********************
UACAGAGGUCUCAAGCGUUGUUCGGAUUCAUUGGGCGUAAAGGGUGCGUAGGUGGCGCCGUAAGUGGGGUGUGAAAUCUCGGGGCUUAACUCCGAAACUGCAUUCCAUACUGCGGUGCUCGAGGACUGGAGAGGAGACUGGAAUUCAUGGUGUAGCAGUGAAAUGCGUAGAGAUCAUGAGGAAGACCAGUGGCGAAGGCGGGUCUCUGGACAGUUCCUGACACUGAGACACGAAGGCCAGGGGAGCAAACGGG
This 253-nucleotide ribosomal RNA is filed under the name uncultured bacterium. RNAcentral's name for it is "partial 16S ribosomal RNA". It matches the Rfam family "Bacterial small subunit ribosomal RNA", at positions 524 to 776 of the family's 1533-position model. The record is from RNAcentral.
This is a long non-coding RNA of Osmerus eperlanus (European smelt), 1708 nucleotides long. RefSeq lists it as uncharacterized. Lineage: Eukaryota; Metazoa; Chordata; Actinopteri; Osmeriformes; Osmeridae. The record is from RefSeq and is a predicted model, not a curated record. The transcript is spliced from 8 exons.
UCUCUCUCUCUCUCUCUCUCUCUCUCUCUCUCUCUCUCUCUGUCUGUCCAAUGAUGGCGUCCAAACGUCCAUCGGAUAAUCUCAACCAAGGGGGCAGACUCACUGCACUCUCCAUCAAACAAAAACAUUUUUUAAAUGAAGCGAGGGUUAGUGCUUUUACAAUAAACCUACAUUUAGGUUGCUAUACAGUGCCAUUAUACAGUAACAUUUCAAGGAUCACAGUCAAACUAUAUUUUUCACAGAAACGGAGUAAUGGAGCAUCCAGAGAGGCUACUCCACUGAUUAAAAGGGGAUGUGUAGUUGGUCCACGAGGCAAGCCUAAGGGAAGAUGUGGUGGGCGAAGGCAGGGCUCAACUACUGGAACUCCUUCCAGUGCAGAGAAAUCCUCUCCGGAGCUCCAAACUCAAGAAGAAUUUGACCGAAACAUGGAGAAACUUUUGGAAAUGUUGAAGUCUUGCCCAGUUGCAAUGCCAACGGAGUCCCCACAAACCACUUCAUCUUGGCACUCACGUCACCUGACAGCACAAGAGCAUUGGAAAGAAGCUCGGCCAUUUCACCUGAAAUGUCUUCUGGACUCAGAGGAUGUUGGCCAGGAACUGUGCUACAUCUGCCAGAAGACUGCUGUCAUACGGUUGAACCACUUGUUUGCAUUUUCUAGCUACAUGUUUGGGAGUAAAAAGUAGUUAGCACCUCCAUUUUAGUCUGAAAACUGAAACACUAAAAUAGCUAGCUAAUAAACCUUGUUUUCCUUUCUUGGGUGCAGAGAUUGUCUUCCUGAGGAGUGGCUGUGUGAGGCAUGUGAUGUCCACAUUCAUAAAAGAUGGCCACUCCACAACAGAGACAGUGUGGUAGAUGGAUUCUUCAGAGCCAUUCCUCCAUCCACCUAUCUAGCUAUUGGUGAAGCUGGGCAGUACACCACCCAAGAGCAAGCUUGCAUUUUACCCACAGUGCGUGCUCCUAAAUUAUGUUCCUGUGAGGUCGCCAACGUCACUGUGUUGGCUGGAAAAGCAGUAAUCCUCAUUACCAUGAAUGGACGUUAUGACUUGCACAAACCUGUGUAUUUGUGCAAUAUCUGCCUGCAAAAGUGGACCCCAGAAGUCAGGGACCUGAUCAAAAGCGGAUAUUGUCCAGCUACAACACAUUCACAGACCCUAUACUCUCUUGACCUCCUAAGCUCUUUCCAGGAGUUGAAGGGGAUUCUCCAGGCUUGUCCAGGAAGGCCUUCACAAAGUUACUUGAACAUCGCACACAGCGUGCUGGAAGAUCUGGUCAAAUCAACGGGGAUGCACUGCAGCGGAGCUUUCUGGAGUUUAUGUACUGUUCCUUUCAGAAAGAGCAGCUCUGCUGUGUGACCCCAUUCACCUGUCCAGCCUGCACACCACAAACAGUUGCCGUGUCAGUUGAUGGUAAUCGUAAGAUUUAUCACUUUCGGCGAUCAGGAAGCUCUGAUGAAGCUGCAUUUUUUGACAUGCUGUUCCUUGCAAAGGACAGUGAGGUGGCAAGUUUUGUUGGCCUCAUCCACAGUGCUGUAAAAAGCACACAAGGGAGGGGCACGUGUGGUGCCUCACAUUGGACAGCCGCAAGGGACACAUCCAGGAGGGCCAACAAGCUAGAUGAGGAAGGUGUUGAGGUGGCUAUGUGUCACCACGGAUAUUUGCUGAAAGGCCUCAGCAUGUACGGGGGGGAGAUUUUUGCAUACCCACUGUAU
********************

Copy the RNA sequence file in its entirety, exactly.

UACAGAGGUCUCAAGCGUUGUUCGGAUUCAUUGGGCGUAAAGGGUGCGUAGGUGGCGCCGUAAGUGGGGUGUGAAAUCUCGGGGCUUAACUCCGAAACUGCAUUCCAUACUGCGGUGCUCGAGGACUGGAGAGGAGACUGGAAUUCAUGGUGUAGCAGUGAAAUGCGUAGAGAUCAUGAGGAAGACCAGUGGCGAAGGCGGGUCUCUGGACAGUUCCUGACACUGAGACACGAAGGCCAGGGGAGCAAACGGG
This 253-nucleotide ribosomal RNA is filed under the name uncultured bacterium. RNAcentral's name for it is "partial 16S ribosomal RNA". It matches the Rfam family "Bacterial small subunit ribosomal RNA", at positions 524 to 776 of the family's 1533-position model. The record is from RNAcentral.
This is a long non-coding RNA of Osmerus eperlanus (European smelt), 1708 nucleotides long. RefSeq lists it as uncharacterized. Lineage: Eukaryota; Metazoa; Chordata; Actinopteri; Osmeriformes; Osmeridae. The record is from RefSeq and is a predicted model, not a curated record. The transcript is spliced from 8 exons.
UCUCUCUCUCUCUCUCUCUCUCUCUCUCUCUCUCUCUCUCUGUCUGUCCAAUGAUGGCGUCCAAACGUCCAUCGGAUAAUCUCAACCAAGGGGGCAGACUCACUGCACUCUCCAUCAAACAAAAACAUUUUUUAAAUGAAGCGAGGGUUAGUGCUUUUACAAUAAACCUACAUUUAGGUUGCUAUACAGUGCCAUUAUACAGUAACAUUUCAAGGAUCACAGUCAAACUAUAUUUUUCACAGAAACGGAGUAAUGGAGCAUCCAGAGAGGCUACUCCACUGAUUAAAAGGGGAUGUGUAGUUGGUCCACGAGGCAAGCCUAAGGGAAGAUGUGGUGGGCGAAGGCAGGGCUCAACUACUGGAACUCCUUCCAGUGCAGAGAAAUCCUCUCCGGAGCUCCAAACUCAAGAAGAAUUUGACCGAAACAUGGAGAAACUUUUGGAAAUGUUGAAGUCUUGCCCAGUUGCAAUGCCAACGGAGUCCCCACAAACCACUUCAUCUUGGCACUCACGUCACCUGACAGCACAAGAGCAUUGGAAAGAAGCUCGGCCAUUUCACCUGAAAUGUCUUCUGGACUCAGAGGAUGUUGGCCAGGAACUGUGCUACAUCUGCCAGAAGACUGCUGUCAUACGGUUGAACCACUUGUUUGCAUUUUCUAGCUACAUGUUUGGGAGUAAAAAGUAGUUAGCACCUCCAUUUUAGUCUGAAAACUGAAACACUAAAAUAGCUAGCUAAUAAACCUUGUUUUCCUUUCUUGGGUGCAGAGAUUGUCUUCCUGAGGAGUGGCUGUGUGAGGCAUGUGAUGUCCACAUUCAUAAAAGAUGGCCACUCCACAACAGAGACAGUGUGGUAGAUGGAUUCUUCAGAGCCAUUCCUCCAUCCACCUAUCUAGCUAUUGGUGAAGCUGGGCAGUACACCACCCAAGAGCAAGCUUGCAUUUUACCCACAGUGCGUGCUCCUAAAUUAUGUUCCUGUGAGGUCGCCAACGUCACUGUGUUGGCUGGAAAAGCAGUAAUCCUCAUUACCAUGAAUGGACGUUAUGACUUGCACAAACCUGUGUAUUUGUGCAAUAUCUGCCUGCAAAAGUGGACCCCAGAAGUCAGGGACCUGAUCAAAAGCGGAUAUUGUCCAGCUACAACACAUUCACAGACCCUAUACUCUCUUGACCUCCUAAGCUCUUUCCAGGAGUUGAAGGGGAUUCUCCAGGCUUGUCCAGGAAGGCCUUCACAAAGUUACUUGAACAUCGCACACAGCGUGCUGGAAGAUCUGGUCAAAUCAACGGGGAUGCACUGCAGCGGAGCUUUCUGGAGUUUAUGUACUGUUCCUUUCAGAAAGAGCAGCUCUGCUGUGUGACCCCAUUCACCUGUCCAGCCUGCACACCACAAACAGUUGCCGUGUCAGUUGAUGGUAAUCGUAAGAUUUAUCACUUUCGGCGAUCAGGAAGCUCUGAUGAAGCUGCAUUUUUUGACAUGCUGUUCCUUGCAAAGGACAGUGAGGUGGCAAGUUUUGUUGGCCUCAUCCACAGUGCUGUAAAAAGCACACAAGGGAGGGGCACGUGUGGUGCCUCACAUUGGACAGCCGCAAGGGACACAUCCAGGAGGGCCAACAAGCUAGAUGAGGAAGGUGUUGAGGUGGCUAUGUGUCACCACGGAUAUUUGCUGAAAGGCCUCAGCAUGUACGGGGGGGAGAUUUUUGCAUACCCACUGUAU